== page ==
A laser mouse is a type of computer pointing device that uses a laser beam rather than a ball to track the movement of the user's hand. This type of mice are becoming increasingly common because they are perceived to have better tracking ability. In addition, they are not as subject to gumming up and subsequent distortion of the signal as conventional ball mice. The lack of moving parts also makes them far less subject to damage.
Before the laser mouse, the optical mouse became widespread in the late 1990s, shipping as an extra feature on many computer systems. Users immediately began to sing the praises of this device, saying that it made work much easier than a traditional mouse, and it is becoming increasingly difficult to find a ball mouse as a result. The optical mouse is also available in a wireless format, making it an extremely versatile and flexible tool for users who like to have free range of their cordless desks.
With the introduction of a graphical user interface in the late 1980s, computer companies saw the need for some sort of device that could be used to interact with the computer, which had transcended the boundaries of the traditional text-based user interface. The mouse was introduced and became a quick success — very few computer users work without mice now, although it is technically possible to use keyboard shortcuts to bypass the mouse. Using a mouse is often quicker and easier, however. As anyone who has used traditional roller mice knows, the roller ball tends to get gummed up with material from the workspace it is employed in and can ultimately start to malfunction until taken apart and cleaned. Optical and laser mice were an excellent introduction to the computing world, because they are not as subject to interference.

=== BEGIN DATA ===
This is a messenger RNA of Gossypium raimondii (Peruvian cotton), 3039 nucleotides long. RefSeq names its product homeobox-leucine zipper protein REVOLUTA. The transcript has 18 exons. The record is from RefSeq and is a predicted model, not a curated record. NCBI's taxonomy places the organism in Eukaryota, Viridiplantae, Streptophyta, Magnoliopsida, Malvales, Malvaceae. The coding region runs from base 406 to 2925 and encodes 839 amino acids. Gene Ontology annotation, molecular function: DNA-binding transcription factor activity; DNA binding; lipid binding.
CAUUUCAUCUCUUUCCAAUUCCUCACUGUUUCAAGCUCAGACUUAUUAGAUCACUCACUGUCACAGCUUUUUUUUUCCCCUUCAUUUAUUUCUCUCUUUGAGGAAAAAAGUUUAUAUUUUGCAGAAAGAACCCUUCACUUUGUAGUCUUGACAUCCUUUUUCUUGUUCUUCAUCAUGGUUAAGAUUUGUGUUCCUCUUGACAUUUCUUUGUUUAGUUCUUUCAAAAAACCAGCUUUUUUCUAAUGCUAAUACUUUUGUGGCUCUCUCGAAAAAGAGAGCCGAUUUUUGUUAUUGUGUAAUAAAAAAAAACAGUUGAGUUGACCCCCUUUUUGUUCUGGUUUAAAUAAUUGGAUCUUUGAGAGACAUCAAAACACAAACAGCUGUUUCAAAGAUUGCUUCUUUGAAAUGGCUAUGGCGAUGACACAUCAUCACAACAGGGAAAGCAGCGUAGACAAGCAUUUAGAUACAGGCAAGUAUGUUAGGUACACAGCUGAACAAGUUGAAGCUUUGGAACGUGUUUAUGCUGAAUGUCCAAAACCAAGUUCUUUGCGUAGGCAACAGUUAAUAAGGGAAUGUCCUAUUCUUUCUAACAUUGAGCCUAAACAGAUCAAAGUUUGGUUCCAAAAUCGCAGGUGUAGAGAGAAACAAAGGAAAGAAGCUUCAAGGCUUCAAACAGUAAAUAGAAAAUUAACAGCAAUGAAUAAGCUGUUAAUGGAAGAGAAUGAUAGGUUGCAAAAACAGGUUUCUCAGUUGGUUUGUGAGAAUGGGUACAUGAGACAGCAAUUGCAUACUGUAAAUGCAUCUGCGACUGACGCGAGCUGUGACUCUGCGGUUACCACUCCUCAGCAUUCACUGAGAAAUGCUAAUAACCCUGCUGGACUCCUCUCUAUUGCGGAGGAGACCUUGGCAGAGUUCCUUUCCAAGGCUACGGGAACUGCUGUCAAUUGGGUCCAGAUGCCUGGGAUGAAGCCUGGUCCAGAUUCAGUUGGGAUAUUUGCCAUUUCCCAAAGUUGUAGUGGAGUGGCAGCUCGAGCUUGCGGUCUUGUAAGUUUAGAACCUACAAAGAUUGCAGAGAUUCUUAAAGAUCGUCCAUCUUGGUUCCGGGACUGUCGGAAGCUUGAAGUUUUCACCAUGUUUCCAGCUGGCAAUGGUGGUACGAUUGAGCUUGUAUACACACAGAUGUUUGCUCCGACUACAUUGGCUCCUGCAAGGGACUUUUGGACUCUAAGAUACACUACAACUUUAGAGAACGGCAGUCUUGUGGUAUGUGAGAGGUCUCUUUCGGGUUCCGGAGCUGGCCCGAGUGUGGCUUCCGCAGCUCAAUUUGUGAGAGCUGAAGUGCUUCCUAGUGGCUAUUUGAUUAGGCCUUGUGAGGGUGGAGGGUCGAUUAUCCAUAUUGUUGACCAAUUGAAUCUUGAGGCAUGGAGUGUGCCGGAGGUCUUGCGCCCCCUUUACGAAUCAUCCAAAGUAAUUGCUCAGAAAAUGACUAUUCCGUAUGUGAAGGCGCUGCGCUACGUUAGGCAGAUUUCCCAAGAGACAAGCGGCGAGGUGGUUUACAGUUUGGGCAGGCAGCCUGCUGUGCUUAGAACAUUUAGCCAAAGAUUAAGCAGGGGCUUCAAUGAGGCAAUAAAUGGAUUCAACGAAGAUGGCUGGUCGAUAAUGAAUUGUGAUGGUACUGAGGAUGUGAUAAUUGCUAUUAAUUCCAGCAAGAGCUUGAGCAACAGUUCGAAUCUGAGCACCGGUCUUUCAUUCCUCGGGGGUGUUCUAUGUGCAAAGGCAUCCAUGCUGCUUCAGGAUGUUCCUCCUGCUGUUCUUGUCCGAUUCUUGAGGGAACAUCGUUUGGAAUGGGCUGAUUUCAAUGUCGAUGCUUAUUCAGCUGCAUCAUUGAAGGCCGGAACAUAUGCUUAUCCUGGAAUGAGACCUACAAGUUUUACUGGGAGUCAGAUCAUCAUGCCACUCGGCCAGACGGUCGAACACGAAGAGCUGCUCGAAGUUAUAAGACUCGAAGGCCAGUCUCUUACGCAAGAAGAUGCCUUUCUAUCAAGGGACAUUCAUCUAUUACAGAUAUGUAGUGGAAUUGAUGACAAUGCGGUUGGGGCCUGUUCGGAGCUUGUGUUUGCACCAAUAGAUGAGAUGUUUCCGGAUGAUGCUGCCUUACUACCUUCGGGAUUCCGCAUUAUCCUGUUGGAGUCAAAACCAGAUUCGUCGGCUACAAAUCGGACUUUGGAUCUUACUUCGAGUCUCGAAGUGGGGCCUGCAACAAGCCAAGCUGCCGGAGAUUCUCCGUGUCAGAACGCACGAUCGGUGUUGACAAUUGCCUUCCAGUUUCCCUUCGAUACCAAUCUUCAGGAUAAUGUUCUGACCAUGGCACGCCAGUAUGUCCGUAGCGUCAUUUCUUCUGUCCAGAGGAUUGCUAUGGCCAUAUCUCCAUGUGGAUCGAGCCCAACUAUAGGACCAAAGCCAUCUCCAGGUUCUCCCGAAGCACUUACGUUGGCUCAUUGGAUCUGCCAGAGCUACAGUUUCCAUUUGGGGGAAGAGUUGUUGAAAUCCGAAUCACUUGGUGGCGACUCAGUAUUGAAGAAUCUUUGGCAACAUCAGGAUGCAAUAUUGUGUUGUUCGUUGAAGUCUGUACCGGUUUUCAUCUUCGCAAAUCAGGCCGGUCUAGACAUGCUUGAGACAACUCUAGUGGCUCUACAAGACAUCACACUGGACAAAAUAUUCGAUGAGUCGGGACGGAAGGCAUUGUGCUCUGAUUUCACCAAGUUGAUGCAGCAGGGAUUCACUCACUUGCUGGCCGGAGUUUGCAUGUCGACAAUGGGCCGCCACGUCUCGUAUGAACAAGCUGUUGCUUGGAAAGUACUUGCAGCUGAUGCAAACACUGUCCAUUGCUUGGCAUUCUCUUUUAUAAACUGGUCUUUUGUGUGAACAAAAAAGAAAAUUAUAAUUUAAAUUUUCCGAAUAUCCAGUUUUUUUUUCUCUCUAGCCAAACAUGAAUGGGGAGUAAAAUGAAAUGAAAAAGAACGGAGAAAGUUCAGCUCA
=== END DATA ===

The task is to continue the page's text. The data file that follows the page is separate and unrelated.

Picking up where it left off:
An optical mouse usually uses a light emitting diode (LED), which is frequently red, although mice in other colors such as blue are not uncommon. A laser mouse, on the other hand, which is a type of optical mouse, uses a laser beam that is invisible, or nearly invisible, to the human eye. Logitech brought the first one to the market in 2004. The beam emitted by the mouse moves with the user's hand, triggering an optical sensor system. It works in tandem with a system that tracks how far the mouse has moved by bouncing hundreds of images every second, constantly updating the position of the mouse and the subsequent position of the cursor on the screen.
In general, the laser mouse moves very smoothly and accurately, although if the system memory is bogged down, it will cause the cursor to lag, along with everything else. In addition, the mouse can reflect from almost any surface, meaning that a mouse pad is not necessary. Users have been known to employ anything from desk tops to pant legs as a reflective surface for their mouse, making it a great go-anywhere tool.